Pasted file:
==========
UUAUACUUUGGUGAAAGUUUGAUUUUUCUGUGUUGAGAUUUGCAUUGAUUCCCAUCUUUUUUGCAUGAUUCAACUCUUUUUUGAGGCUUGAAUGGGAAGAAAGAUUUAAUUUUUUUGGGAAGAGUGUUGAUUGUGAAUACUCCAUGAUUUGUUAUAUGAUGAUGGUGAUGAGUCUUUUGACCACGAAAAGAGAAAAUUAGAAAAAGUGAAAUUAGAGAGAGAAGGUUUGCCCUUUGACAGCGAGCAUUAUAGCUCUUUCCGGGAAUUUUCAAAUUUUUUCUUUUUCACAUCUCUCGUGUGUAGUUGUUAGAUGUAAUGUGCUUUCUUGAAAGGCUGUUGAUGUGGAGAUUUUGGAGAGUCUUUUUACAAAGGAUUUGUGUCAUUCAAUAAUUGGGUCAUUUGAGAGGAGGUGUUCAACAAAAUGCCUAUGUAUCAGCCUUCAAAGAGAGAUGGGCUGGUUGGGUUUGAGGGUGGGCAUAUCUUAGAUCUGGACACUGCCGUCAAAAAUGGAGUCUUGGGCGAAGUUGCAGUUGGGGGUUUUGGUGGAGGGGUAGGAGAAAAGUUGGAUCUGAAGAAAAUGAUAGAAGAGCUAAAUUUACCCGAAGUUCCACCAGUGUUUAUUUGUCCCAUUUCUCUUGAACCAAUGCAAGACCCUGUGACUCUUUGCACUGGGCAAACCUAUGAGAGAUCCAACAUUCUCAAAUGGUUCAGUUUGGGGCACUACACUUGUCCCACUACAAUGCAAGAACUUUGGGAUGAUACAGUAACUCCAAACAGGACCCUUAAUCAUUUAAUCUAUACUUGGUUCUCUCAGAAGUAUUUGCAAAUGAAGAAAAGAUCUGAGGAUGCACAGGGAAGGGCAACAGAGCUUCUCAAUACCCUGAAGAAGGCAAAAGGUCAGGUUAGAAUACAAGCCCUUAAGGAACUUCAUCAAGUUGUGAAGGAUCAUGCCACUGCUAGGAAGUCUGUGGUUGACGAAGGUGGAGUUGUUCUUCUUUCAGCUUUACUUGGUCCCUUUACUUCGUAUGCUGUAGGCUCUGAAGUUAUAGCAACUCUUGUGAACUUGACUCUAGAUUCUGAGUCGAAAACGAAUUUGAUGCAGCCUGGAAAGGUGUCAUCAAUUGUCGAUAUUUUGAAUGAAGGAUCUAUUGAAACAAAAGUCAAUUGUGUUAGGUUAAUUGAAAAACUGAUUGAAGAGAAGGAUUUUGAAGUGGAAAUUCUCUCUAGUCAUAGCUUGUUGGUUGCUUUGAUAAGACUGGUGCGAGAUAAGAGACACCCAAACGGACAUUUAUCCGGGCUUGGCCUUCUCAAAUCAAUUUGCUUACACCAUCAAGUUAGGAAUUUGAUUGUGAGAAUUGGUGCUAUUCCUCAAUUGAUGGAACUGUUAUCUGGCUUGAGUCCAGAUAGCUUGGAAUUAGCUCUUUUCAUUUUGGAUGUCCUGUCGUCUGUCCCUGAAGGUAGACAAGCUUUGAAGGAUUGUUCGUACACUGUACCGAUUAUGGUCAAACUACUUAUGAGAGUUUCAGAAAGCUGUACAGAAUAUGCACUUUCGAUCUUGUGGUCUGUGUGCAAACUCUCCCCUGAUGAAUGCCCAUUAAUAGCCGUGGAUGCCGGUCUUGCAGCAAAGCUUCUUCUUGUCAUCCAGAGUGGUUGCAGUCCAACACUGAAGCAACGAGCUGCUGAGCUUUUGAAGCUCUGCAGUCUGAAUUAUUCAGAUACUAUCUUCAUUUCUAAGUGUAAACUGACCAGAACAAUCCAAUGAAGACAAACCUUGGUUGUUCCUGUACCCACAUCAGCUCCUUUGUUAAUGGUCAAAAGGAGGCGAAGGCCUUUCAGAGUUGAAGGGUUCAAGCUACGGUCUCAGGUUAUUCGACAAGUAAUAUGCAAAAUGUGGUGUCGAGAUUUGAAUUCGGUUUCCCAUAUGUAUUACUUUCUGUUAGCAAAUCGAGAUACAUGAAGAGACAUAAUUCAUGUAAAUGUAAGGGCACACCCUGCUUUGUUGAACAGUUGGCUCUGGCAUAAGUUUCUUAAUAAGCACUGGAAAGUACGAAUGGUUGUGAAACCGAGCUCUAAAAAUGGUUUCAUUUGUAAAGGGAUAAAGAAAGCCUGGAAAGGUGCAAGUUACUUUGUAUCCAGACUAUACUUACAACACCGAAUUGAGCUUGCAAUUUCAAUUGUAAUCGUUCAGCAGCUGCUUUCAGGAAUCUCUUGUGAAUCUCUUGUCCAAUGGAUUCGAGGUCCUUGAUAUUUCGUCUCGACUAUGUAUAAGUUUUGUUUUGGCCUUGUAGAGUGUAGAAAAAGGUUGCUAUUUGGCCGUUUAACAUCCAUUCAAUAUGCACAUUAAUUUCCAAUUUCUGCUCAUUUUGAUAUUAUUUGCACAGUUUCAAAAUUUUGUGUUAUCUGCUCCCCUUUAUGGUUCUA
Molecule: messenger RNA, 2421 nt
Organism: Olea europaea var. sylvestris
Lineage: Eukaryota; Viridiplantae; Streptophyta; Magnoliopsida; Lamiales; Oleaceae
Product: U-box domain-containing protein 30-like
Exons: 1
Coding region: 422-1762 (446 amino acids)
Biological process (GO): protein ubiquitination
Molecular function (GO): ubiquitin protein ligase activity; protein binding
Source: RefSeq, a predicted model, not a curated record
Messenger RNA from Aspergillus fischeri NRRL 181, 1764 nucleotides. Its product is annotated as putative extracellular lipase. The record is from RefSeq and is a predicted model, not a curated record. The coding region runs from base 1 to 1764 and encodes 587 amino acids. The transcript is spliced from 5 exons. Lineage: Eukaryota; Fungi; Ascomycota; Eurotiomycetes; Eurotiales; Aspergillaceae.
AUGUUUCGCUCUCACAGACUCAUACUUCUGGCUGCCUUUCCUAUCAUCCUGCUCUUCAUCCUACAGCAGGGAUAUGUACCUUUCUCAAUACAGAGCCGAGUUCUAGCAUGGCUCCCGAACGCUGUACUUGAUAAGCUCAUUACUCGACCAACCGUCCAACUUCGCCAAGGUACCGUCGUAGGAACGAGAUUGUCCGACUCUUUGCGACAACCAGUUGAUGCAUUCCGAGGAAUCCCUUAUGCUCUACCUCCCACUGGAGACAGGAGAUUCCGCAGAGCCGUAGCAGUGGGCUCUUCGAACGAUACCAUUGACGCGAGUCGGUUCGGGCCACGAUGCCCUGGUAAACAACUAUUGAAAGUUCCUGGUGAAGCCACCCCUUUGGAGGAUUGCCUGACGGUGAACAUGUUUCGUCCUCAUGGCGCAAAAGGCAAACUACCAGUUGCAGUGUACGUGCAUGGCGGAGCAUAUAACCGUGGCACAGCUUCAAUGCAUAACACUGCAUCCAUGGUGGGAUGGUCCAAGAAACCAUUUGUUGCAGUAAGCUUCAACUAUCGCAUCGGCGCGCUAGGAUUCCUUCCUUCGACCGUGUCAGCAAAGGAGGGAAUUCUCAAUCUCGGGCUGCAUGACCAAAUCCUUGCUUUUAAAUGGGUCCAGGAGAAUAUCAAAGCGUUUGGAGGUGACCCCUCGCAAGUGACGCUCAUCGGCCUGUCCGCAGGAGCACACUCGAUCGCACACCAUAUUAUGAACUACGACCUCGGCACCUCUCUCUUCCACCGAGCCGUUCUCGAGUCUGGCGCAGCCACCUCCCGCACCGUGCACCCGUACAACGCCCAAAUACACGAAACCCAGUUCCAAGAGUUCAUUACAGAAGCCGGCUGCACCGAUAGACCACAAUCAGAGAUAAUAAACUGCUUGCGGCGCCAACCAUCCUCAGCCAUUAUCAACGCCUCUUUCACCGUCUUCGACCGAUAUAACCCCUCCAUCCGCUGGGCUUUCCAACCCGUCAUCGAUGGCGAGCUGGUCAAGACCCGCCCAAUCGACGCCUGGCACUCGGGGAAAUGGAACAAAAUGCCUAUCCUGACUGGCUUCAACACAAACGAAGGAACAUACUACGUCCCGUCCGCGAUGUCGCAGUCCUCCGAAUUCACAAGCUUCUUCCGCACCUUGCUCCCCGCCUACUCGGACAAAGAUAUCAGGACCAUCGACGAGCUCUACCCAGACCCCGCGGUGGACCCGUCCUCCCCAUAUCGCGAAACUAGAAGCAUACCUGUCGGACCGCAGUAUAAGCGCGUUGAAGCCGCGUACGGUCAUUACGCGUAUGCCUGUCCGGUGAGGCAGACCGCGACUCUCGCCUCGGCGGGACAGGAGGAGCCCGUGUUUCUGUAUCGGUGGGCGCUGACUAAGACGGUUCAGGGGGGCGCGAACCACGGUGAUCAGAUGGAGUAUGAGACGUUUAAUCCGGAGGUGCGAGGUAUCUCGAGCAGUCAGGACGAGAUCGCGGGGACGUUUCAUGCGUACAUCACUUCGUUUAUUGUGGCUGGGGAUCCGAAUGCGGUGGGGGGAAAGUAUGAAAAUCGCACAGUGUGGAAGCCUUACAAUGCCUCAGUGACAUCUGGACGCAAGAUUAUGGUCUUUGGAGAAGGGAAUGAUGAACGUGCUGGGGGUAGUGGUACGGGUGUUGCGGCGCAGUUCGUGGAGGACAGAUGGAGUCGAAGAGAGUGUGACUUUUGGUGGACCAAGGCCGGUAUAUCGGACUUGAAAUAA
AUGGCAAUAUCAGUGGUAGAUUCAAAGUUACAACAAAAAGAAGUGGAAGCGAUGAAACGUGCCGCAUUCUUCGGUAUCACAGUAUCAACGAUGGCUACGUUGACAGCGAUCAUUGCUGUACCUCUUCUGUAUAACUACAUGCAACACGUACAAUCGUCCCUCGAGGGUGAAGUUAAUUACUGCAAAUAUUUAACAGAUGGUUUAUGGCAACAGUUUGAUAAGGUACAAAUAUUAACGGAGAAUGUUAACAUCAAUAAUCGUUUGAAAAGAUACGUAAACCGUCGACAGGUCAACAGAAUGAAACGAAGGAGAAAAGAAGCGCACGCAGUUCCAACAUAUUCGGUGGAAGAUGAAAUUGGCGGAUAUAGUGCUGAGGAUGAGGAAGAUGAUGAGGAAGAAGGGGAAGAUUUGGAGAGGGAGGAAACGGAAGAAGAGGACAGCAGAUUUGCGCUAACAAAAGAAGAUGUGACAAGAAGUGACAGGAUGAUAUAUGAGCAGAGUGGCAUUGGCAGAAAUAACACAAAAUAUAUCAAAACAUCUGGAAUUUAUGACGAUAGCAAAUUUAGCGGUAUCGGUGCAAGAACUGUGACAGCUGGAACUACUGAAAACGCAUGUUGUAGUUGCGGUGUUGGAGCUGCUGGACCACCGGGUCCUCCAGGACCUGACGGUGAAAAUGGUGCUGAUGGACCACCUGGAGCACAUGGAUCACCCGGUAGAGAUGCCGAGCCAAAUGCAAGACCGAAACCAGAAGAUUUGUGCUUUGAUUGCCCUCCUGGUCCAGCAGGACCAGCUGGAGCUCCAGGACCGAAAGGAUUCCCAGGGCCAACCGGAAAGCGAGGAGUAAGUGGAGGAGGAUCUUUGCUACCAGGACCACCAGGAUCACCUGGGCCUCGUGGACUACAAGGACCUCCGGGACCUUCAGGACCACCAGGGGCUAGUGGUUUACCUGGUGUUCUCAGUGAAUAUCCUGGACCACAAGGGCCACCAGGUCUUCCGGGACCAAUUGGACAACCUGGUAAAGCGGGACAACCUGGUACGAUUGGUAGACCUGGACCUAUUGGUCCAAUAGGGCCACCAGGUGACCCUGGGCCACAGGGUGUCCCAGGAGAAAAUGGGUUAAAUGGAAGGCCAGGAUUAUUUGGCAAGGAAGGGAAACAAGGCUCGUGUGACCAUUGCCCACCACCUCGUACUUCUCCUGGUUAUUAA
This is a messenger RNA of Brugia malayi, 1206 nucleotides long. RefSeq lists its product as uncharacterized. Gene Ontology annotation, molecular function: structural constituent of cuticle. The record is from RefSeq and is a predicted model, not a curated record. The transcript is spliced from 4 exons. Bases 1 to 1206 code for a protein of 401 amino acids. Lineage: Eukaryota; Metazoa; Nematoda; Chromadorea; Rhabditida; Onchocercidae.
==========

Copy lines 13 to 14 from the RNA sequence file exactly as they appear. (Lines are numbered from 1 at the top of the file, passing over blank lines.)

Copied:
AUGGCAAUAUCAGUGGUAGAUUCAAAGUUACAACAAAAAGAAGUGGAAGCGAUGAAACGUGCCGCAUUCUUCGGUAUCACAGUAUCAACGAUGGCUACGUUGACAGCGAUCAUUGCUGUACCUCUUCUGUAUAACUACAUGCAACACGUACAAUCGUCCCUCGAGGGUGAAGUUAAUUACUGCAAAUAUUUAACAGAUGGUUUAUGGCAACAGUUUGAUAAGGUACAAAUAUUAACGGAGAAUGUUAACAUCAAUAAUCGUUUGAAAAGAUACGUAAACCGUCGACAGGUCAACAGAAUGAAACGAAGGAGAAAAGAAGCGCACGCAGUUCCAACAUAUUCGGUGGAAGAUGAAAUUGGCGGAUAUAGUGCUGAGGAUGAGGAAGAUGAUGAGGAAGAAGGGGAAGAUUUGGAGAGGGAGGAAACGGAAGAAGAGGACAGCAGAUUUGCGCUAACAAAAGAAGAUGUGACAAGAAGUGACAGGAUGAUAUAUGAGCAGAGUGGCAUUGGCAGAAAUAACACAAAAUAUAUCAAAACAUCUGGAAUUUAUGACGAUAGCAAAUUUAGCGGUAUCGGUGCAAGAACUGUGACAGCUGGAACUACUGAAAACGCAUGUUGUAGUUGCGGUGUUGGAGCUGCUGGACCACCGGGUCCUCCAGGACCUGACGGUGAAAAUGGUGCUGAUGGACCACCUGGAGCACAUGGAUCACCCGGUAGAGAUGCCGAGCCAAAUGCAAGACCGAAACCAGAAGAUUUGUGCUUUGAUUGCCCUCCUGGUCCAGCAGGACCAGCUGGAGCUCCAGGACCGAAAGGAUUCCCAGGGCCAACCGGAAAGCGAGGAGUAAGUGGAGGAGGAUCUUUGCUACCAGGACCACCAGGAUCACCUGGGCCUCGUGGACUACAAGGACCUCCGGGACCUUCAGGACCACCAGGGGCUAGUGGUUUACCUGGUGUUCUCAGUGAAUAUCCUGGACCACAAGGGCCACCAGGUCUUCCGGGACCAAUUGGACAACCUGGUAAAGCGGGACAACCUGGUACGAUUGGUAGACCUGGACCUAUUGGUCCAAUAGGGCCACCAGGUGACCCUGGGCCACAGGGUGUCCCAGGAGAAAAUGGGUUAAAUGGAAGGCCAGGAUUAUUUGGCAAGGAAGGGAAACAAGGCUCGUGUGACCAUUGCCCACCACCUCGUACUUCUCCUGGUUAUUAA
This is a messenger RNA of Brugia malayi, 1206 nucleotides long. RefSeq lists its product as uncharacterized. Gene Ontology annotation, molecular function: structural constituent of cuticle. The record is from RefSeq and is a predicted model, not a curated record. The transcript is spliced from 4 exons. Bases 1 to 1206 code for a protein of 401 amino acids. Lineage: Eukaryota; Metazoa; Nematoda; Chromadorea; Rhabditida; Onchocercidae.